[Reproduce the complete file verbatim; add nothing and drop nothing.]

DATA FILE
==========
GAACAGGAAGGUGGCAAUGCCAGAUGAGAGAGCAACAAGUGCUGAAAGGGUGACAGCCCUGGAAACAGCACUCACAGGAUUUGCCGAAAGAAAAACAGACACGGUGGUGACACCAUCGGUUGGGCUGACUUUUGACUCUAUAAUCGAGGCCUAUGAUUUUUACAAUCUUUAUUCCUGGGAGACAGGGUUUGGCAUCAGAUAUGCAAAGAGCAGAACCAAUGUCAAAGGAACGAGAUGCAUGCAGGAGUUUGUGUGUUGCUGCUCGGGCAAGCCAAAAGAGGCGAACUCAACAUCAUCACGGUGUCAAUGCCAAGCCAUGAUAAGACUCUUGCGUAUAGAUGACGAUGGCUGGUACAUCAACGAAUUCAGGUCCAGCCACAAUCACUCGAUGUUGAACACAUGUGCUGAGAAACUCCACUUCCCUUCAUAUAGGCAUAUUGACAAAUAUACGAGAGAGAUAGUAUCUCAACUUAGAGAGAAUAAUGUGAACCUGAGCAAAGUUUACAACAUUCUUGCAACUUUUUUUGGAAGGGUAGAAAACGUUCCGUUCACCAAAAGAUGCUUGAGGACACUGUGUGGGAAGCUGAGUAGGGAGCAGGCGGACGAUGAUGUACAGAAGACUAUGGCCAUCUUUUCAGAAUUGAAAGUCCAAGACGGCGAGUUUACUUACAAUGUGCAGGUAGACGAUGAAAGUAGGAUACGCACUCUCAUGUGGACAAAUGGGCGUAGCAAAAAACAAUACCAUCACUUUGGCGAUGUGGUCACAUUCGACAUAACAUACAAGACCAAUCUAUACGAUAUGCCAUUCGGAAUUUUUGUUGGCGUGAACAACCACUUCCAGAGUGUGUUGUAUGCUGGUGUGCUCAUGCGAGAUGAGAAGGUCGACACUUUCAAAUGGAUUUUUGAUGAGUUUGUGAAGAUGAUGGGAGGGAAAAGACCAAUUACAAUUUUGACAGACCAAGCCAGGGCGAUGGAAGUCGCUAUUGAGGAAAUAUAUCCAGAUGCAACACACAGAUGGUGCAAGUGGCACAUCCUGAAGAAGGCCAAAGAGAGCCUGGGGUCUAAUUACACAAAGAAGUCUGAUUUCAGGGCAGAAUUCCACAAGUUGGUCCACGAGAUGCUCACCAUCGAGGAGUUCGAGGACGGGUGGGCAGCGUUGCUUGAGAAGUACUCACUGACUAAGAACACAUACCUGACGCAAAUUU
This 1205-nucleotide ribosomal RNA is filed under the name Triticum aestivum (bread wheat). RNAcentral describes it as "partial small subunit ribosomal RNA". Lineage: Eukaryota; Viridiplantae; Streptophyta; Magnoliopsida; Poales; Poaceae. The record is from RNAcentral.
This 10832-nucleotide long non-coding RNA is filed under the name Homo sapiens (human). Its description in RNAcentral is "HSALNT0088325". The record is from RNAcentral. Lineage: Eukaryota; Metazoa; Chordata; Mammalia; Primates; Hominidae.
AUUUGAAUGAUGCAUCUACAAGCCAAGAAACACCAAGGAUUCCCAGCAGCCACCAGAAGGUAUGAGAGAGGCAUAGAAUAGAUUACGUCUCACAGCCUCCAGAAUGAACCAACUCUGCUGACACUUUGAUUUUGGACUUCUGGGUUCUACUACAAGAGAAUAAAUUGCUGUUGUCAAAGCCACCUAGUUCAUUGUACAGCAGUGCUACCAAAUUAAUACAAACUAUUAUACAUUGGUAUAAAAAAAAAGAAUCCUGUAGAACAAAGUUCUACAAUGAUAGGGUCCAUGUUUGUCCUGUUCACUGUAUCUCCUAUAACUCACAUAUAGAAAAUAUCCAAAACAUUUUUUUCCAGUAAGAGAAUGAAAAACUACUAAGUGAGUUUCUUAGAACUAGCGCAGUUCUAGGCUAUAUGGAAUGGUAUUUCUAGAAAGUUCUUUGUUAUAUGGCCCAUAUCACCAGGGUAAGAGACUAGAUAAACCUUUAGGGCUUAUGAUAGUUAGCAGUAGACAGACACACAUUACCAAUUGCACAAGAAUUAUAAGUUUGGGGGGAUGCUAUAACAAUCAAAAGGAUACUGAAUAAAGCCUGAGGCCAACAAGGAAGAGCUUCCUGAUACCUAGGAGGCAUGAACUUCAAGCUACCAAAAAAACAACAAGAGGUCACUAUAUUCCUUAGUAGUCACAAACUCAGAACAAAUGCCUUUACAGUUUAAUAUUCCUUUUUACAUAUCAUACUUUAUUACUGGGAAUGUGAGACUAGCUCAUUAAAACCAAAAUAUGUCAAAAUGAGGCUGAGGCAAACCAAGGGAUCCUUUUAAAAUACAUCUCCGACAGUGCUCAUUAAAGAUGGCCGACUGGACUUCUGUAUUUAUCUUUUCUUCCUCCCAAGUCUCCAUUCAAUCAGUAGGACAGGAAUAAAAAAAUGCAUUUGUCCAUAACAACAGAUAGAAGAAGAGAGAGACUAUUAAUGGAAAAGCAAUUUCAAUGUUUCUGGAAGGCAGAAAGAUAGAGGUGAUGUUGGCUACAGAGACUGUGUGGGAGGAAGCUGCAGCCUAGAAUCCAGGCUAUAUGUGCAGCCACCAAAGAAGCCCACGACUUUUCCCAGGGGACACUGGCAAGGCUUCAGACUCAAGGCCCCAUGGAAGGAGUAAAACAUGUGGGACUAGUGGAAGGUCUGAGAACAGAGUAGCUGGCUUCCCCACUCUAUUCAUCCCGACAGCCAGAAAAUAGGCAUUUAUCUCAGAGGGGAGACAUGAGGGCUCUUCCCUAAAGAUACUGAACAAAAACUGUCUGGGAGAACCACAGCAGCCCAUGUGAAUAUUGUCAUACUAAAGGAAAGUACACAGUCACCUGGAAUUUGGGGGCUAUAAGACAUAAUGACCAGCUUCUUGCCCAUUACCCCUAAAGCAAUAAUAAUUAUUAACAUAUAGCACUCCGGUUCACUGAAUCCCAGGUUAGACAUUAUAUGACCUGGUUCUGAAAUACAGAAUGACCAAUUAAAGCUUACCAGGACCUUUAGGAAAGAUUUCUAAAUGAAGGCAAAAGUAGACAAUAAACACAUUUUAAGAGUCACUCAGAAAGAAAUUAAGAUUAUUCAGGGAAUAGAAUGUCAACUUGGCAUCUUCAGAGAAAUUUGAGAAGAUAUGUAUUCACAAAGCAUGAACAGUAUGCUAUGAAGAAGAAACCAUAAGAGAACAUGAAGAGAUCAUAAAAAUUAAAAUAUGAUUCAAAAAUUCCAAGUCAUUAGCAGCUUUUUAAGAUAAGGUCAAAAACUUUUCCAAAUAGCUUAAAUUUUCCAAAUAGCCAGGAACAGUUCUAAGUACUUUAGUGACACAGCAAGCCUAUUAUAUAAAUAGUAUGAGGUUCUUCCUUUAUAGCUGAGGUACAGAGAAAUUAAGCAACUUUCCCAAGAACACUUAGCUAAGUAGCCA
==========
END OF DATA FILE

GAACAGGAAGGUGGCAAUGCCAGAUGAGAGAGCAACAAGUGCUGAAAGGGUGACAGCCCUGGAAACAGCACUCACAGGAUUUGCCGAAAGAAAAACAGACACGGUGGUGACACCAUCGGUUGGGCUGACUUUUGACUCUAUAAUCGAGGCCUAUGAUUUUUACAAUCUUUAUUCCUGGGAGACAGGGUUUGGCAUCAGAUAUGCAAAGAGCAGAACCAAUGUCAAAGGAACGAGAUGCAUGCAGGAGUUUGUGUGUUGCUGCUCGGGCAAGCCAAAAGAGGCGAACUCAACAUCAUCACGGUGUCAAUGCCAAGCCAUGAUAAGACUCUUGCGUAUAGAUGACGAUGGCUGGUACAUCAACGAAUUCAGGUCCAGCCACAAUCACUCGAUGUUGAACACAUGUGCUGAGAAACUCCACUUCCCUUCAUAUAGGCAUAUUGACAAAUAUACGAGAGAGAUAGUAUCUCAACUUAGAGAGAAUAAUGUGAACCUGAGCAAAGUUUACAACAUUCUUGCAACUUUUUUUGGAAGGGUAGAAAACGUUCCGUUCACCAAAAGAUGCUUGAGGACACUGUGUGGGAAGCUGAGUAGGGAGCAGGCGGACGAUGAUGUACAGAAGACUAUGGCCAUCUUUUCAGAAUUGAAAGUCCAAGACGGCGAGUUUACUUACAAUGUGCAGGUAGACGAUGAAAGUAGGAUACGCACUCUCAUGUGGACAAAUGGGCGUAGCAAAAAACAAUACCAUCACUUUGGCGAUGUGGUCACAUUCGACAUAACAUACAAGACCAAUCUAUACGAUAUGCCAUUCGGAAUUUUUGUUGGCGUGAACAACCACUUCCAGAGUGUGUUGUAUGCUGGUGUGCUCAUGCGAGAUGAGAAGGUCGACACUUUCAAAUGGAUUUUUGAUGAGUUUGUGAAGAUGAUGGGAGGGAAAAGACCAAUUACAAUUUUGACAGACCAAGCCAGGGCGAUGGAAGUCGCUAUUGAGGAAAUAUAUCCAGAUGCAACACACAGAUGGUGCAAGUGGCACAUCCUGAAGAAGGCCAAAGAGAGCCUGGGGUCUAAUUACACAAAGAAGUCUGAUUUCAGGGCAGAAUUCCACAAGUUGGUCCACGAGAUGCUCACCAUCGAGGAGUUCGAGGACGGGUGGGCAGCGUUGCUUGAGAAGUACUCACUGACUAAGAACACAUACCUGACGCAAAUUU
This 1205-nucleotide ribosomal RNA is filed under the name Triticum aestivum (bread wheat). RNAcentral describes it as "partial small subunit ribosomal RNA". Lineage: Eukaryota; Viridiplantae; Streptophyta; Magnoliopsida; Poales; Poaceae. The record is from RNAcentral.
This 10832-nucleotide long non-coding RNA is filed under the name Homo sapiens (human). Its description in RNAcentral is "HSALNT0088325". The record is from RNAcentral. Lineage: Eukaryota; Metazoa; Chordata; Mammalia; Primates; Hominidae.
AUUUGAAUGAUGCAUCUACAAGCCAAGAAACACCAAGGAUUCCCAGCAGCCACCAGAAGGUAUGAGAGAGGCAUAGAAUAGAUUACGUCUCACAGCCUCCAGAAUGAACCAACUCUGCUGACACUUUGAUUUUGGACUUCUGGGUUCUACUACAAGAGAAUAAAUUGCUGUUGUCAAAGCCACCUAGUUCAUUGUACAGCAGUGCUACCAAAUUAAUACAAACUAUUAUACAUUGGUAUAAAAAAAAAGAAUCCUGUAGAACAAAGUUCUACAAUGAUAGGGUCCAUGUUUGUCCUGUUCACUGUAUCUCCUAUAACUCACAUAUAGAAAAUAUCCAAAACAUUUUUUUCCAGUAAGAGAAUGAAAAACUACUAAGUGAGUUUCUUAGAACUAGCGCAGUUCUAGGCUAUAUGGAAUGGUAUUUCUAGAAAGUUCUUUGUUAUAUGGCCCAUAUCACCAGGGUAAGAGACUAGAUAAACCUUUAGGGCUUAUGAUAGUUAGCAGUAGACAGACACACAUUACCAAUUGCACAAGAAUUAUAAGUUUGGGGGGAUGCUAUAACAAUCAAAAGGAUACUGAAUAAAGCCUGAGGCCAACAAGGAAGAGCUUCCUGAUACCUAGGAGGCAUGAACUUCAAGCUACCAAAAAAACAACAAGAGGUCACUAUAUUCCUUAGUAGUCACAAACUCAGAACAAAUGCCUUUACAGUUUAAUAUUCCUUUUUACAUAUCAUACUUUAUUACUGGGAAUGUGAGACUAGCUCAUUAAAACCAAAAUAUGUCAAAAUGAGGCUGAGGCAAACCAAGGGAUCCUUUUAAAAUACAUCUCCGACAGUGCUCAUUAAAGAUGGCCGACUGGACUUCUGUAUUUAUCUUUUCUUCCUCCCAAGUCUCCAUUCAAUCAGUAGGACAGGAAUAAAAAAAUGCAUUUGUCCAUAACAACAGAUAGAAGAAGAGAGAGACUAUUAAUGGAAAAGCAAUUUCAAUGUUUCUGGAAGGCAGAAAGAUAGAGGUGAUGUUGGCUACAGAGACUGUGUGGGAGGAAGCUGCAGCCUAGAAUCCAGGCUAUAUGUGCAGCCACCAAAGAAGCCCACGACUUUUCCCAGGGGACACUGGCAAGGCUUCAGACUCAAGGCCCCAUGGAAGGAGUAAAACAUGUGGGACUAGUGGAAGGUCUGAGAACAGAGUAGCUGGCUUCCCCACUCUAUUCAUCCCGACAGCCAGAAAAUAGGCAUUUAUCUCAGAGGGGAGACAUGAGGGCUCUUCCCUAAAGAUACUGAACAAAAACUGUCUGGGAGAACCACAGCAGCCCAUGUGAAUAUUGUCAUACUAAAGGAAAGUACACAGUCACCUGGAAUUUGGGGGCUAUAAGACAUAAUGACCAGCUUCUUGCCCAUUACCCCUAAAGCAAUAAUAAUUAUUAACAUAUAGCACUCCGGUUCACUGAAUCCCAGGUUAGACAUUAUAUGACCUGGUUCUGAAAUACAGAAUGACCAAUUAAAGCUUACCAGGACCUUUAGGAAAGAUUUCUAAAUGAAGGCAAAAGUAGACAAUAAACACAUUUUAAGAGUCACUCAGAAAGAAAUUAAGAUUAUUCAGGGAAUAGAAUGUCAACUUGGCAUCUUCAGAGAAAUUUGAGAAGAUAUGUAUUCACAAAGCAUGAACAGUAUGCUAUGAAGAAGAAACCAUAAGAGAACAUGAAGAGAUCAUAAAAAUUAAAAUAUGAUUCAAAAAUUCCAAGUCAUUAGCAGCUUUUUAAGAUAAGGUCAAAAACUUUUCCAAAUAGCUUAAAUUUUCCAAAUAGCCAGGAACAGUUCUAAGUACUUUAGUGACACAGCAAGCCUAUUAUAUAAAUAGUAUGAGGUUCUUCCUUUAUAGCUGAGGUACAGAGAAAUUAAGCAACUUUCCCAAGAACACUUAGCUAAGUAGCCA